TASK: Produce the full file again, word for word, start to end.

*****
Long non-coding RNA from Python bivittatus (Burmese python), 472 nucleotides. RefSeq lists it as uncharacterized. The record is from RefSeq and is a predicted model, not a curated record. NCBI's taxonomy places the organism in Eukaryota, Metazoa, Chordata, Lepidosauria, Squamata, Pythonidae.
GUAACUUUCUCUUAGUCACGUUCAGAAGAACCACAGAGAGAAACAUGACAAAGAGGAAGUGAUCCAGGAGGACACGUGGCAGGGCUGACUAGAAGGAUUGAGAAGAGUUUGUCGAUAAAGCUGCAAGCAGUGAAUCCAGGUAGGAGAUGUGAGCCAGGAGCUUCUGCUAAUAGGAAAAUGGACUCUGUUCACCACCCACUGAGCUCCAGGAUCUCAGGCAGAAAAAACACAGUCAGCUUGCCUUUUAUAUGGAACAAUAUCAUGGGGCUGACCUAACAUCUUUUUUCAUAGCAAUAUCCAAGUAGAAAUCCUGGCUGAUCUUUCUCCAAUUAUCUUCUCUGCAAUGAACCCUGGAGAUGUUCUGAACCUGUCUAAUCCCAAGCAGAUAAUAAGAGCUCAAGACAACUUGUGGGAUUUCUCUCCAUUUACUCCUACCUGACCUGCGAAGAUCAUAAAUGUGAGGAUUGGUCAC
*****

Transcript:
Long non-coding RNA from Python bivittatus (Burmese python), 472 nucleotides. RefSeq lists it as uncharacterized. The record is from RefSeq and is a predicted model, not a curated record. NCBI's taxonomy places the organism in Eukaryota, Metazoa, Chordata, Lepidosauria, Squamata, Pythonidae.
GUAACUUUCUCUUAGUCACGUUCAGAAGAACCACAGAGAGAAACAUGACAAAGAGGAAGUGAUCCAGGAGGACACGUGGCAGGGCUGACUAGAAGGAUUGAGAAGAGUUUGUCGAUAAAGCUGCAAGCAGUGAAUCCAGGUAGGAGAUGUGAGCCAGGAGCUUCUGCUAAUAGGAAAAUGGACUCUGUUCACCACCCACUGAGCUCCAGGAUCUCAGGCAGAAAAAACACAGUCAGCUUGCCUUUUAUAUGGAACAAUAUCAUGGGGCUGACCUAACAUCUUUUUUCAUAGCAAUAUCCAAGUAGAAAUCCUGGCUGAUCUUUCUCCAAUUAUCUUCUCUGCAAUGAACCCUGGAGAUGUUCUGAACCUGUCUAAUCCCAAGCAGAUAAUAAGAGCUCAAGACAACUUGUGGGAUUUCUCUCCAUUUACUCCUACCUGACCUGCGAAGAUCAUAAAUGUGAGGAUUGGUCAC